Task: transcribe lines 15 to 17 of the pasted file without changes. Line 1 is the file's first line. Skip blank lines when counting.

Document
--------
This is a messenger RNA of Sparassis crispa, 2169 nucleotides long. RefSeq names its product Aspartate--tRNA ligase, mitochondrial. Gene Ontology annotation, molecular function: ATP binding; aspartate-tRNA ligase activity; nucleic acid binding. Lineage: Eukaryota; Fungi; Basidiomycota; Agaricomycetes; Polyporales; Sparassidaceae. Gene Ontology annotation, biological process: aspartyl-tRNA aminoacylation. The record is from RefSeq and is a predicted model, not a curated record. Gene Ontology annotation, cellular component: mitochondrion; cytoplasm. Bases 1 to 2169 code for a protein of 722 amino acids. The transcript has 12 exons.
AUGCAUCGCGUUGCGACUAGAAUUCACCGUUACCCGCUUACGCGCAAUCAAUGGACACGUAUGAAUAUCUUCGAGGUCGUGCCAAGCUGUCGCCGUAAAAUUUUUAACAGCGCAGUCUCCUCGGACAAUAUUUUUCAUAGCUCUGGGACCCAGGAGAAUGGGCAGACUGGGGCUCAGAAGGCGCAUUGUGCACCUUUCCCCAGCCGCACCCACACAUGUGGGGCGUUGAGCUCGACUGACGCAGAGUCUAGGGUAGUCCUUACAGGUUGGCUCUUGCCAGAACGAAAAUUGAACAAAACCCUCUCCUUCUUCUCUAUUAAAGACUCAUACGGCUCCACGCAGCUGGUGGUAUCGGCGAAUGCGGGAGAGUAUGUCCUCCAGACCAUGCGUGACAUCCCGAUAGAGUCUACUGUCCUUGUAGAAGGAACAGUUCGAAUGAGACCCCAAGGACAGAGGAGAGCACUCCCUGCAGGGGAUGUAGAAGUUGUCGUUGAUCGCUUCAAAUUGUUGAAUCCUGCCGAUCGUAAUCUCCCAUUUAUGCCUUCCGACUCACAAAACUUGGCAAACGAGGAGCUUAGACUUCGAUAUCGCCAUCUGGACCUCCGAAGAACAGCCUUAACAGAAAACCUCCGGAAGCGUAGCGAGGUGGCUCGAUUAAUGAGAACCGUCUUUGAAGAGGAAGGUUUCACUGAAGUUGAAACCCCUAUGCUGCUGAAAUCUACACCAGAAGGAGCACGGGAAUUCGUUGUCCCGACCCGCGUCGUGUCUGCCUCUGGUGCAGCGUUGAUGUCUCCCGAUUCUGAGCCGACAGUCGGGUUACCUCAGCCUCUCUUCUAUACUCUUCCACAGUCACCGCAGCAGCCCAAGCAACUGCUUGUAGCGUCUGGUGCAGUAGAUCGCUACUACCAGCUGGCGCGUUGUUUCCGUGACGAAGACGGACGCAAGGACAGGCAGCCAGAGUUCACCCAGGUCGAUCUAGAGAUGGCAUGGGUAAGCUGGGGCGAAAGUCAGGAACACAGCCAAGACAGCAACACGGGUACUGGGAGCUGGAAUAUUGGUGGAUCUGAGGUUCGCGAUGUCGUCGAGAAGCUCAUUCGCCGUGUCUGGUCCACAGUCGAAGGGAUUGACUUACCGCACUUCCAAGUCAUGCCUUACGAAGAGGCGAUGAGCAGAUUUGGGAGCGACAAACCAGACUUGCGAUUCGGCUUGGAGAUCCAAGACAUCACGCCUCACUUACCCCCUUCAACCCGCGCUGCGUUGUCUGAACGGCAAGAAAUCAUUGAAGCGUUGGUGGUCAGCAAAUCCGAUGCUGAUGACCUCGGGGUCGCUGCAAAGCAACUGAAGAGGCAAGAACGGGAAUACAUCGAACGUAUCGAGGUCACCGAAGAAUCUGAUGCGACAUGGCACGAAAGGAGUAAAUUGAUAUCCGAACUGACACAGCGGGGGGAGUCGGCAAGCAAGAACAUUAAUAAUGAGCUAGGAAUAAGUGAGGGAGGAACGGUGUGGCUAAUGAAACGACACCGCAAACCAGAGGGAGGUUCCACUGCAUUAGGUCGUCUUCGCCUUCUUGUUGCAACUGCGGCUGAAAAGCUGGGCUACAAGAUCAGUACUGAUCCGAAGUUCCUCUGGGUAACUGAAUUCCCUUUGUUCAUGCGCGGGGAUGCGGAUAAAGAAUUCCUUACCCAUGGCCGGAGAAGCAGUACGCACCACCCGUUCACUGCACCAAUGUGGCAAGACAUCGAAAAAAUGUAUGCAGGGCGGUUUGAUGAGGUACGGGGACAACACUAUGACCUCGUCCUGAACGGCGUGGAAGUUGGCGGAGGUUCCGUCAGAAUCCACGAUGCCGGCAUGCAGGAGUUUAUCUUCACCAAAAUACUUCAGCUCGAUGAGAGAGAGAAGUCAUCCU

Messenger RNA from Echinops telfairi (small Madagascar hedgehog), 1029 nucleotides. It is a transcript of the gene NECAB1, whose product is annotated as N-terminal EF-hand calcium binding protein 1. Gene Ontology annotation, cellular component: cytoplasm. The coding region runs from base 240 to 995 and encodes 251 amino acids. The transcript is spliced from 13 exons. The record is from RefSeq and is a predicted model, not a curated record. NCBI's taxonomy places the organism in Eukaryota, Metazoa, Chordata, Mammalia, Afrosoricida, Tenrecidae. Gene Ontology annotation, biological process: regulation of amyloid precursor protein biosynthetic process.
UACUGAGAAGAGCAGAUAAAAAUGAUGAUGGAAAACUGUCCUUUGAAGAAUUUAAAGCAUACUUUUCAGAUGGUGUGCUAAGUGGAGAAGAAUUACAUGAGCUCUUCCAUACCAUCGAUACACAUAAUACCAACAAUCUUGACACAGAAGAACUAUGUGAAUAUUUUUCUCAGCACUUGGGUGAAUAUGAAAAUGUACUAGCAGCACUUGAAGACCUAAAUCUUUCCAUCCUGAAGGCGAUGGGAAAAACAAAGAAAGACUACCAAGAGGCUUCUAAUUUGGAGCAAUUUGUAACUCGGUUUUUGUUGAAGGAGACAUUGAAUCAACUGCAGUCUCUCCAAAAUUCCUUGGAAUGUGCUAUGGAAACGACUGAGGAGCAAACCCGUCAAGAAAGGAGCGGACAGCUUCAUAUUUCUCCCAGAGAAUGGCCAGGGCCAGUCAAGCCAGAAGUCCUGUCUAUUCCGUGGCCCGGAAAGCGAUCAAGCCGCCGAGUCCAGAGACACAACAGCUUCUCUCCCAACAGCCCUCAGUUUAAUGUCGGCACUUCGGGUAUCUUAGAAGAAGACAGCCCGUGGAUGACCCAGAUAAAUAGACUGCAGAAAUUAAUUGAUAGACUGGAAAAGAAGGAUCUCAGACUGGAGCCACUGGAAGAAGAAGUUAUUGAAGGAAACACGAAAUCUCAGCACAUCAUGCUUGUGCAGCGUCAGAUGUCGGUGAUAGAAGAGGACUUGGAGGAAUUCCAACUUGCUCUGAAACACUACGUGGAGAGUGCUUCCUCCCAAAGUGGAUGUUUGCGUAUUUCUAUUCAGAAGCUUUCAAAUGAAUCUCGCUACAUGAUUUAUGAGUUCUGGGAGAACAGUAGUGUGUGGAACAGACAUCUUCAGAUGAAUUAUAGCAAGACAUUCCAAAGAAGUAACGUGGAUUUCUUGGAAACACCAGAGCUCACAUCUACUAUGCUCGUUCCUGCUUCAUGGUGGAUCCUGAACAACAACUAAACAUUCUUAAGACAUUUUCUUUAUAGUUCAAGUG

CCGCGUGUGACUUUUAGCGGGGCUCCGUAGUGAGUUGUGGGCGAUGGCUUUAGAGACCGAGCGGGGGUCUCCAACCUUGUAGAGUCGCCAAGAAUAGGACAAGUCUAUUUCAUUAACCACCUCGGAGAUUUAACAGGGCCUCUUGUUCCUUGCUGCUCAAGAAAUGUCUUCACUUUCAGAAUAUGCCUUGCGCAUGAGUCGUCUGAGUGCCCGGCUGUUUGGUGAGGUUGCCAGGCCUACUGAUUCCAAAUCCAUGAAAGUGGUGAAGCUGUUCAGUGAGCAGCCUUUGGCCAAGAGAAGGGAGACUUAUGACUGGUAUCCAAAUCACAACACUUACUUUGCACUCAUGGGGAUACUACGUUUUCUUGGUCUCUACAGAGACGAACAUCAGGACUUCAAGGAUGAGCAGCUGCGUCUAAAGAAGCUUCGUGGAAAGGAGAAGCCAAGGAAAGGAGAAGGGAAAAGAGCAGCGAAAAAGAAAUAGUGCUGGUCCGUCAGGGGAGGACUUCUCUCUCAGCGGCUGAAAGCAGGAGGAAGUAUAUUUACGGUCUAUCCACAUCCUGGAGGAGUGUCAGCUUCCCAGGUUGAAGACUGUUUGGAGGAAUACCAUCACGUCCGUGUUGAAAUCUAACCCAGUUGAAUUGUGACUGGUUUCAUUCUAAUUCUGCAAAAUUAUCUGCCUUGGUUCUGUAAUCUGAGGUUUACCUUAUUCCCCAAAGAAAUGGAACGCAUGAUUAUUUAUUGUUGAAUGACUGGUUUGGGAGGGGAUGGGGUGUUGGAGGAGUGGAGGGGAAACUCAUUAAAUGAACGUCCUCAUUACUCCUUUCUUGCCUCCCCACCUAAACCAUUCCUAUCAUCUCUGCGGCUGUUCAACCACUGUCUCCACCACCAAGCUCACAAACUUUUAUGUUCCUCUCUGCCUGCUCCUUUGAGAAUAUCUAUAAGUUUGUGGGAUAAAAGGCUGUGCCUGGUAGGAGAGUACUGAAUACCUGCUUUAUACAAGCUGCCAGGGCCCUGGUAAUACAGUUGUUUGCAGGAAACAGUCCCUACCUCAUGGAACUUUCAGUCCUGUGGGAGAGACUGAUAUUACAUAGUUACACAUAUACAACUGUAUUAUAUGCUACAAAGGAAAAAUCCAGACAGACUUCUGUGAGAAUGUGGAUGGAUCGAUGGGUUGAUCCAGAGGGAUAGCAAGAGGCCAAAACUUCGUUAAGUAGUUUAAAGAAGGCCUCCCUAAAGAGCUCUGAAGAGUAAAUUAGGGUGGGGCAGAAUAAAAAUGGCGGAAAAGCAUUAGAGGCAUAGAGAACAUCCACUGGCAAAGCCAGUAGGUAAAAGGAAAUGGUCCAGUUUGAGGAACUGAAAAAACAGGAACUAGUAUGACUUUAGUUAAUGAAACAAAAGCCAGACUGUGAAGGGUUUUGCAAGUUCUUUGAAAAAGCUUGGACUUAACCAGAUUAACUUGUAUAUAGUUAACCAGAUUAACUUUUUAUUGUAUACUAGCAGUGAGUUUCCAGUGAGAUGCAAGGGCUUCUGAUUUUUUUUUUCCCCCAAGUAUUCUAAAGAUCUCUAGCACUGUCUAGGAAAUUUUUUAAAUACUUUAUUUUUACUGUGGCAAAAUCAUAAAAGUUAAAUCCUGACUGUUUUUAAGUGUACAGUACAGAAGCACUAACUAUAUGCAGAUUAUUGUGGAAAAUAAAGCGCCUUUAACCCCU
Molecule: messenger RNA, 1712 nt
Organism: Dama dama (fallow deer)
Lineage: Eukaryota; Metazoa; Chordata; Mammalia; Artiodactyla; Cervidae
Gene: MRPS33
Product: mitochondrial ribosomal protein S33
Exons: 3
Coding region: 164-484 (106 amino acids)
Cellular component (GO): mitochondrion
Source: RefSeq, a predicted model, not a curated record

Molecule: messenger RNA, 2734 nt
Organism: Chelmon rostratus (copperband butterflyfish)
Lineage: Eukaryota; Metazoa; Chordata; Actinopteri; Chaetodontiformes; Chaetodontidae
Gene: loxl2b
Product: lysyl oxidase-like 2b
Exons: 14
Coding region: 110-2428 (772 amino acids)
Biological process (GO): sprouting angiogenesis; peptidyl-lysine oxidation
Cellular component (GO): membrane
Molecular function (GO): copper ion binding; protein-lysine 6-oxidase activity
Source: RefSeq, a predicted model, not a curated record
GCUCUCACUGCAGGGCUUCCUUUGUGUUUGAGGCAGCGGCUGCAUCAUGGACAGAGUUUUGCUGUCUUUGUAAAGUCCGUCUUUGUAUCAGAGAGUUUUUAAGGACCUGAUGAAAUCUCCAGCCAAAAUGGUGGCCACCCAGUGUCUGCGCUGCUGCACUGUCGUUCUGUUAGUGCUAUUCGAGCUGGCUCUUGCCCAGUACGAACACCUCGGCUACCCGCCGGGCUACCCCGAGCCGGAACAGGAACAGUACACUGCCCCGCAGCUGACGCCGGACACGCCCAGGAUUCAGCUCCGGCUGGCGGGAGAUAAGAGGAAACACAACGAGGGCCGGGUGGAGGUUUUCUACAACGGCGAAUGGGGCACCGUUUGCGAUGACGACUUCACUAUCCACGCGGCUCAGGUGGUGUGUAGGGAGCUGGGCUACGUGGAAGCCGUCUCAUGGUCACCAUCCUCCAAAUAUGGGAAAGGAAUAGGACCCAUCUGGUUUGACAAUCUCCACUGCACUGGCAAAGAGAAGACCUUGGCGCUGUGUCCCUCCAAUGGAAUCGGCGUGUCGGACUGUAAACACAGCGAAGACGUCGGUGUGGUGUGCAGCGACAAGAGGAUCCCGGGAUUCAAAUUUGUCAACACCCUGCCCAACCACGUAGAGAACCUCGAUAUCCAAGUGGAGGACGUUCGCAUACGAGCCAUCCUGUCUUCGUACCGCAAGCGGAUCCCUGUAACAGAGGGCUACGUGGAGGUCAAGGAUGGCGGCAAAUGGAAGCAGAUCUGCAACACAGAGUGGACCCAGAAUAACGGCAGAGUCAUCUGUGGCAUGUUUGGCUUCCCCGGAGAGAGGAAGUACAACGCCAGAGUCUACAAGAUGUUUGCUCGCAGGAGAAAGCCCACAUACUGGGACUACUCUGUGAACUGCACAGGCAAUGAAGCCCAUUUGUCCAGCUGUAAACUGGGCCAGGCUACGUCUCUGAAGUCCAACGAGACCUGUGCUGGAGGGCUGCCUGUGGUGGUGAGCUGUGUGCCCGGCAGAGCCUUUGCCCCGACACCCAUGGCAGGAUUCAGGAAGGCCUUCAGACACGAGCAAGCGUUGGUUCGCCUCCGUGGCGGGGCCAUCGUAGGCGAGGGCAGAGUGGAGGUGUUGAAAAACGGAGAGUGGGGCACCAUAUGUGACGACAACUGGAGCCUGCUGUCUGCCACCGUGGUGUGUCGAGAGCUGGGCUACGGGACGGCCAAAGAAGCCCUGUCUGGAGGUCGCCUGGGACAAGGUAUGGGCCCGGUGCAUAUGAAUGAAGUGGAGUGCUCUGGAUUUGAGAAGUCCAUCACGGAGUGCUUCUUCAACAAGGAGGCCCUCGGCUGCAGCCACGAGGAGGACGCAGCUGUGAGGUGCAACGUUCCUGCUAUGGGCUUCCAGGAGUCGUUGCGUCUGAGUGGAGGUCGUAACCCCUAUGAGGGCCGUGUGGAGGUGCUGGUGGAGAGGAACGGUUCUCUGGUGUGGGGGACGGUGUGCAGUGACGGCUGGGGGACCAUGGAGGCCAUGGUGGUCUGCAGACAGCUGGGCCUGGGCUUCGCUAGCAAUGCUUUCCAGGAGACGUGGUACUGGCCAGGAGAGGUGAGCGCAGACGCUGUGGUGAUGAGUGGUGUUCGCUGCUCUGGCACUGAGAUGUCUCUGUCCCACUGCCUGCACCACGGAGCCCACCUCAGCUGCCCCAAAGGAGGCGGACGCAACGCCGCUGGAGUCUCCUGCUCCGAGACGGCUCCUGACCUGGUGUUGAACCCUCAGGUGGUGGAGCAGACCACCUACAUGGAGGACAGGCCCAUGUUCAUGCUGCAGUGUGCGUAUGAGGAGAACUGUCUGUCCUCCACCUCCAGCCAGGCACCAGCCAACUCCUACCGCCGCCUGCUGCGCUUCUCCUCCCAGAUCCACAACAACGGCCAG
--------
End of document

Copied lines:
Molecule: messenger RNA, 2734 nt
Organism: Chelmon rostratus (copperband butterflyfish)
Lineage: Eukaryota; Metazoa; Chordata; Actinopteri; Chaetodontiformes; Chaetodontidae